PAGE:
Level 1: KC101 – “We Don’t Have Anything Warm for the Korean Winter”

안녕하세요 친구!

I hope you all have been doing well. After that super complicated entry that we had last time, I am glad to see what KC101 covered next in their podcast –

Because it essentially continues/reviews what we talked about in the last lesson we had with them: The Verb Twins! Have and Have Not.  있어요 and 없어요.

 

The main focus this time is 없어요 (없다). So let’s get into their stuffs!

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You can hear the podcast here.

I am going to write down the conversation that they cover and then we will go ahead and start breaking it down and figuring out vocab!

손님: 목도리 있어요?
직원: 없어요.
손님: 장갑 있어요?
직원: 없어요.
손님: 겨울 모자 있어요?
직원: 손님… 여기 하와이입니다.

At first it looks intimidating, but look at it again. You’ll notice something:

손님: 목도리 있어요?
직원: 없어요.
손님: 장갑 있어요?
직원: 없어요.
손님: 겨울 모자 있어요?
직원: 손님… 여기 하와이입니다.

What about those words highlighted in blue? I know you recognize those! That is half of the conversation – we know half the conversation off the bat! Less intimidating, right? Fantastic. So let’s go into what they do and don’t have apparently.

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To make you feel more confident in breaking down this conversation, let’s hit up the vocab first.

목도리 – Scarf 장갑 – Gloves 겨울 – Winter
모자 – Hat 하와이 – Hawaii

Now, we have covered 손님 and 직원 before, but just in case you don’t remember, they mean Customer and Employee.

Got the Vocab? Okay, let’s start inserting them into the dialogue.
We are going to do this as a quick version because we are familiar with these verbs and how they work.

What I am going to do is insert them in the order that the sentence reads, and then we can rearrange so it sounds like a normal English sentence.

손님: 목도리 있어요?
Customer: Scarf do you have?
직원: 없어요.
Employee: We do not have.
손님: 장갑 있어요?
Customer: Gloves do you have?
직원: 없어요.
Employee: We do not have.
손님: 겨울 모자 있어요?
Customer: Winter hat do you have?
직원: 손님… 여기 하와이입니다.
Employee: Customer… here Hawaii we are.

Wait. Are you guys seeing what I see? This is making a lot of sense and some of you may have already translated them in your own mind into ‘proper’ English sentences. ^.^

So, let’s do it. (Color-coded style!)

손님: 목도리 있어요?
Customer: Do you have a scarf?
직원: 없어요.
Employee: We don’t have (any).
손님: 장갑 있어요?
Customer: Do you have gloves?
직원: 없어요.
Employee: We don’t have (any).
손님: 겨울 모자 있어요?
Customer: Do you have a winter hat?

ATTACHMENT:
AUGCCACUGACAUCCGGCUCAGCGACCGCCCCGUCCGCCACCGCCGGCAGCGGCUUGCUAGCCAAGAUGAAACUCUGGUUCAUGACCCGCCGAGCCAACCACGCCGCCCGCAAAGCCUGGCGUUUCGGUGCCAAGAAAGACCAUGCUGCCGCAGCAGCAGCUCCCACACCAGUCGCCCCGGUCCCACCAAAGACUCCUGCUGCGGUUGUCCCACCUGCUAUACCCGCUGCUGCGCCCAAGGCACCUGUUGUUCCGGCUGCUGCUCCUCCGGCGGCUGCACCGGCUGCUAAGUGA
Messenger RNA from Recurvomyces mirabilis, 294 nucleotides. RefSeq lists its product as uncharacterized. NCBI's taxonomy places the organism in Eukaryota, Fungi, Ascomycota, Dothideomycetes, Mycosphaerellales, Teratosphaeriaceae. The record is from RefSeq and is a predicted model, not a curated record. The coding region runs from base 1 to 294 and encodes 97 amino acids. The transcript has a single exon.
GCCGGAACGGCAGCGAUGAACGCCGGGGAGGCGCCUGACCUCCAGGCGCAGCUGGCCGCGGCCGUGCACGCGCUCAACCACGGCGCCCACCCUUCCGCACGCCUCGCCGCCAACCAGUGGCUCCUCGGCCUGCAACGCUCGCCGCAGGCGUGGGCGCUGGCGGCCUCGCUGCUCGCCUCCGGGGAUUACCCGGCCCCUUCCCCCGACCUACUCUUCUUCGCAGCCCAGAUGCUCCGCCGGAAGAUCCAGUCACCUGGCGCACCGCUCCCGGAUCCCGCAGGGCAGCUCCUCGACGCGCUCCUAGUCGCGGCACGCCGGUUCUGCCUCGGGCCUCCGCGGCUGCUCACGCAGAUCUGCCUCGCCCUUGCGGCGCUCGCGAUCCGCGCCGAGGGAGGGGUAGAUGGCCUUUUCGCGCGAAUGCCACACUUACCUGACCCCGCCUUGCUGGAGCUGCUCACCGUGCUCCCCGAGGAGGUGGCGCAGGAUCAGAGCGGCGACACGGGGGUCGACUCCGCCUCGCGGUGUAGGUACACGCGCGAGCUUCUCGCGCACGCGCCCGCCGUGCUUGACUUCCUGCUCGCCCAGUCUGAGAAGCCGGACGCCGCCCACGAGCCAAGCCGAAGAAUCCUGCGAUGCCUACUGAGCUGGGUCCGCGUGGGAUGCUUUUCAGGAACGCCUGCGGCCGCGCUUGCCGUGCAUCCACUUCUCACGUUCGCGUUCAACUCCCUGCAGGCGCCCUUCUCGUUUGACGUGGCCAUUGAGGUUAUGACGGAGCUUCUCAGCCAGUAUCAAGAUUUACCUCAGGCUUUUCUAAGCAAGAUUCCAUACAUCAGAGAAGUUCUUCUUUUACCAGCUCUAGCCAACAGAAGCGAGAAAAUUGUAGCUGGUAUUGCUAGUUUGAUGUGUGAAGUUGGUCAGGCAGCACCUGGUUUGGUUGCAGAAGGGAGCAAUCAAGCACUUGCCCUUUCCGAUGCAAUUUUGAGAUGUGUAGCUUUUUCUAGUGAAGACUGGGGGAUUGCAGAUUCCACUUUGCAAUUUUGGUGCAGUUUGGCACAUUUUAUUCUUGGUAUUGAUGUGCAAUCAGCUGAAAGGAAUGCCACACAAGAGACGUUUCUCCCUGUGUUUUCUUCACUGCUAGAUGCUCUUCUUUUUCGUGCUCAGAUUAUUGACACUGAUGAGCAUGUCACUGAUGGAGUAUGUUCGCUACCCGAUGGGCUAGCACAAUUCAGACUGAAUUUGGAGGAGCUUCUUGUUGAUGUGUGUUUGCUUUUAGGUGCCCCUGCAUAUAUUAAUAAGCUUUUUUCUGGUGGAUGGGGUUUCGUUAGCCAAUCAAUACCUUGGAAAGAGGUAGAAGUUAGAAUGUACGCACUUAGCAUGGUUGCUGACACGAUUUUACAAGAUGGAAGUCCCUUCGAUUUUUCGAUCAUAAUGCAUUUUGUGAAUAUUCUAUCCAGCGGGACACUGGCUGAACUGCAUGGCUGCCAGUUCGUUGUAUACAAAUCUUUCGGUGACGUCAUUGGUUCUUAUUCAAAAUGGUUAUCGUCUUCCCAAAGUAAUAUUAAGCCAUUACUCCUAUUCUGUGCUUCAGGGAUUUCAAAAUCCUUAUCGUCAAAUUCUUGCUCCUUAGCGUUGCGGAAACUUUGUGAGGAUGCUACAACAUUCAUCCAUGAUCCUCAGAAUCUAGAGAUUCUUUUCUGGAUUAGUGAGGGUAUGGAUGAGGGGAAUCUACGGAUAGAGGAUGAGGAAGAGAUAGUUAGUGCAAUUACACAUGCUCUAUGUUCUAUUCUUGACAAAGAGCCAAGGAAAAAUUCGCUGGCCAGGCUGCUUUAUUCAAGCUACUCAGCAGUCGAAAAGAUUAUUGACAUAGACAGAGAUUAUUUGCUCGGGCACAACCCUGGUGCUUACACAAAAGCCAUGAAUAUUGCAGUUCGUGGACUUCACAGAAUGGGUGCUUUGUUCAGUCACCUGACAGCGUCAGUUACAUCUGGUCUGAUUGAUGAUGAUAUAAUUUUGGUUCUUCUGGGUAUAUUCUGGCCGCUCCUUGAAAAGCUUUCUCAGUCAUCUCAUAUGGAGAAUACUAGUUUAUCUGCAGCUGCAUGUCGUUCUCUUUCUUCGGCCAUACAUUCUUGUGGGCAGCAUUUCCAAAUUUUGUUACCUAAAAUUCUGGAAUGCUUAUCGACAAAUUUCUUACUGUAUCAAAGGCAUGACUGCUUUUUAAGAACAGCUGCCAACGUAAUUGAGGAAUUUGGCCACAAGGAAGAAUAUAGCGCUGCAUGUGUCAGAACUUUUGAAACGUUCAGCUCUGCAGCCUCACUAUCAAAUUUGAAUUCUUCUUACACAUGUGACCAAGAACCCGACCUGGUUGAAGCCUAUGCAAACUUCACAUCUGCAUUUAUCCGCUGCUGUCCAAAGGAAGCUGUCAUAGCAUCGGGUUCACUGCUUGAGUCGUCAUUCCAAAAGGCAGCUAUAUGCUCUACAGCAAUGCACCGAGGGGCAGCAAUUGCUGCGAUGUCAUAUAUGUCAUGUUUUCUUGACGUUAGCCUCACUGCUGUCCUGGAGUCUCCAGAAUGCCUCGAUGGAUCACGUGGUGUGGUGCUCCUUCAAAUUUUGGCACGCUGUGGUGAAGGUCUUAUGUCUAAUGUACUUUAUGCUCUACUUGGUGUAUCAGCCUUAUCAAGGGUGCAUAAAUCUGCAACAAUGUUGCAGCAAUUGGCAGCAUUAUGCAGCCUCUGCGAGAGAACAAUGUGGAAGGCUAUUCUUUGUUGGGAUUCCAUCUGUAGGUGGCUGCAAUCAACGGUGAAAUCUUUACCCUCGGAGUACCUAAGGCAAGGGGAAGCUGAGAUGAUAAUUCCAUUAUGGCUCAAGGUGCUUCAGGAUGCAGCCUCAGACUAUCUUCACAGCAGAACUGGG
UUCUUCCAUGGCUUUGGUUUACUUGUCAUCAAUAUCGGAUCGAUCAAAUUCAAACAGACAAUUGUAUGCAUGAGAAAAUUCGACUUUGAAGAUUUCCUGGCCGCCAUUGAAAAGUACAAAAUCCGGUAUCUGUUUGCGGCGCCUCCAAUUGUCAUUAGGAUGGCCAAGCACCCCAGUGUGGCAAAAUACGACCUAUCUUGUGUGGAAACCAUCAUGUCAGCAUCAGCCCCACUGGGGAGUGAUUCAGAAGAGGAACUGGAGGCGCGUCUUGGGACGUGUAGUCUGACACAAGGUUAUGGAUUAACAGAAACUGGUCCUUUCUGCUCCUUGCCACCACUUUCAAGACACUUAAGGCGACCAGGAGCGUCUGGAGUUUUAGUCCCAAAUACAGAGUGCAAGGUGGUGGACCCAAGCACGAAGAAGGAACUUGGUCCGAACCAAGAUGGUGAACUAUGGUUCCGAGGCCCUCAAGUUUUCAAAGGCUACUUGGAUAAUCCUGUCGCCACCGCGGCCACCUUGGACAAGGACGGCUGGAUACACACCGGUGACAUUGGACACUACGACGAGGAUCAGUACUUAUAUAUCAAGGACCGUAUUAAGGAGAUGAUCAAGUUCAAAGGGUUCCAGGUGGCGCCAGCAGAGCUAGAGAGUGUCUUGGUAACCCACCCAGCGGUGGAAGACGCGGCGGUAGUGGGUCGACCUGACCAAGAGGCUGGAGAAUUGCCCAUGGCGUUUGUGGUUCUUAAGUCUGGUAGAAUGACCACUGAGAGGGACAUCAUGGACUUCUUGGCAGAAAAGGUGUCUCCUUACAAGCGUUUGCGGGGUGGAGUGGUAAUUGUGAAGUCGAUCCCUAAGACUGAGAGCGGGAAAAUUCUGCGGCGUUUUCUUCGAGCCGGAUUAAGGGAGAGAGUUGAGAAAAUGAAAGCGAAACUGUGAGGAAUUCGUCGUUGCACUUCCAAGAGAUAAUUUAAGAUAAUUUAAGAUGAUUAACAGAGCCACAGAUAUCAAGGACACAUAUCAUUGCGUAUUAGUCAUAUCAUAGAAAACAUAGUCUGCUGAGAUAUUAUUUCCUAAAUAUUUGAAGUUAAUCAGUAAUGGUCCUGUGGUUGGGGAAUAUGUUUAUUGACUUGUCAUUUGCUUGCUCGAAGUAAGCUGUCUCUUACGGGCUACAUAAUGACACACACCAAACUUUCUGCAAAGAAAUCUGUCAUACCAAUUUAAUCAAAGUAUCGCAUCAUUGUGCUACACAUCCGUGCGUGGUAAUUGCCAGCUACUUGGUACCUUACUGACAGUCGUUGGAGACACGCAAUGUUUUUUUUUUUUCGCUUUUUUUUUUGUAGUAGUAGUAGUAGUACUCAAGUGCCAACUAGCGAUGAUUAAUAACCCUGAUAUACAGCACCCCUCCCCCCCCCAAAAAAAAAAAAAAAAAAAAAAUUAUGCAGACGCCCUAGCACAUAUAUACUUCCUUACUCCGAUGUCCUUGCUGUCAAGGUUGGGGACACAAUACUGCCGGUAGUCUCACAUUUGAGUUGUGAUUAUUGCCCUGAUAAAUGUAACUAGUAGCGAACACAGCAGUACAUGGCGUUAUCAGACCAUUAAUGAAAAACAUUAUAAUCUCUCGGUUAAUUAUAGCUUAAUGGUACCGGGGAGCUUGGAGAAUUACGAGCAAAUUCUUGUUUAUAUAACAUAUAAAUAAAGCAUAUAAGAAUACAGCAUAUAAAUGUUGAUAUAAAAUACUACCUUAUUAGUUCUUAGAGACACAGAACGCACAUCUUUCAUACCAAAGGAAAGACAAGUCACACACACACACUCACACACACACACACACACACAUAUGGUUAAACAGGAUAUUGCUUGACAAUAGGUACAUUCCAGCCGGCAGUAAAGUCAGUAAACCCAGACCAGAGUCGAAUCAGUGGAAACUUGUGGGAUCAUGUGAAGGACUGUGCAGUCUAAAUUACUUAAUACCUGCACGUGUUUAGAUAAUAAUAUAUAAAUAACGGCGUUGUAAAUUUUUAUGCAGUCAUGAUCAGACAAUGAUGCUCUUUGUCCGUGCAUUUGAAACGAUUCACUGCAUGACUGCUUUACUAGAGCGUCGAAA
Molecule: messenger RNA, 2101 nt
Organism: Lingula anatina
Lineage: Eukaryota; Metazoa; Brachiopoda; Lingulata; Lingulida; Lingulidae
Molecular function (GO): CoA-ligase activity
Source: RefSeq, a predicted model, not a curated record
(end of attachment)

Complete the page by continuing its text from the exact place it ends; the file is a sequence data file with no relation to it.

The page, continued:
직원: 손님여기 하와이입니다.
Employee: Sir/MissWe are (here) in Hawaii.

Viola!

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I know I know, I seem to have run through that very quickly, but I feel as if we may be getting this/understanding this a bit more so we don’t need as much of an explanation breakdown.

The main focus of this podcast was on one of the verb twins: 없다 (없어요).

없다 is used to express absence or lack of possession of something (not to be confused with 아니다 which means “to not be”.)
It is why we use 없다 (없어요) when we talk about not having something. Because there is an absence of it or they lack the possession of that item! Makes perfect sense.

Like:
핸드폰 없어요.
I do not have a cell phone.

or

돈이 없어요.
I do not have money.

They also talked about the informal version of the word.
If you are talking to a friend and you were to say you don’t have something, you don’t have to say “없어요.” They are your friend and you can use informal language with your friends!
They said all you have to do is drop the 요!
없어 is the informal version of “to not have.”


Now here are some extras from the Podcast!

Two more words for “Scarf”
1684617075f89f41569b674a3d2b11c1570eadc2_hq머플러 and 스카프.
Yup, that means there are 3 words we can use to refer to for scarf.
목도리, 머플러, and 스카프.

Minsun – who I believe is Korean – normally hears 목도리 and 스카프 more often, where as Keith – native English speaker I believe – normally hears 머플러. He believes maybe it might be an older generation word and maybe he just knows older Korean.
Though I think Minsun is probably closer – it may be that 머플러 may be associated with men’s scarves more. Was never confirmed, but it was a cool thing to hear.


We can add another way to say “yes” to our vocabulary!

그러네요
When you break down the word, “그러” means then, and “네요” means it is. “Then it is.” But she used it simply as a confirmation/yes. Unsure of why or if the sections I broke down are correct, but I can accept it as another “yes”.


I also enjoyed hearing a bit more about 손님.

I means customer as we already know, but it can also mean “guest.” So if someone is coming over, you can call them 손님 – but not say that to them directly! You would say something like “오늘 손님이 와요.” Which means “I have a guest today.” (Or literally translates to “Today a guest comes.”)

But if speaking to the guest directly, you would definitely not call them 손님.
But if you are a customer, then you the associate may call you 손님 directly because they do not know you.

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And that is all for today! Whew! We were able to cover that without any major issues, right?

It essentially was a bit of review with some new vocab words which should be a relief compared to last week’s entry of Level 1: TTMIK “Topic and Subject Marking Particles” Podcast #9, right?

Well, this is where I am going to leave you. I have to say I am very relieved to be understanding what I am reading again.

Until next time!

안녕히계세요!

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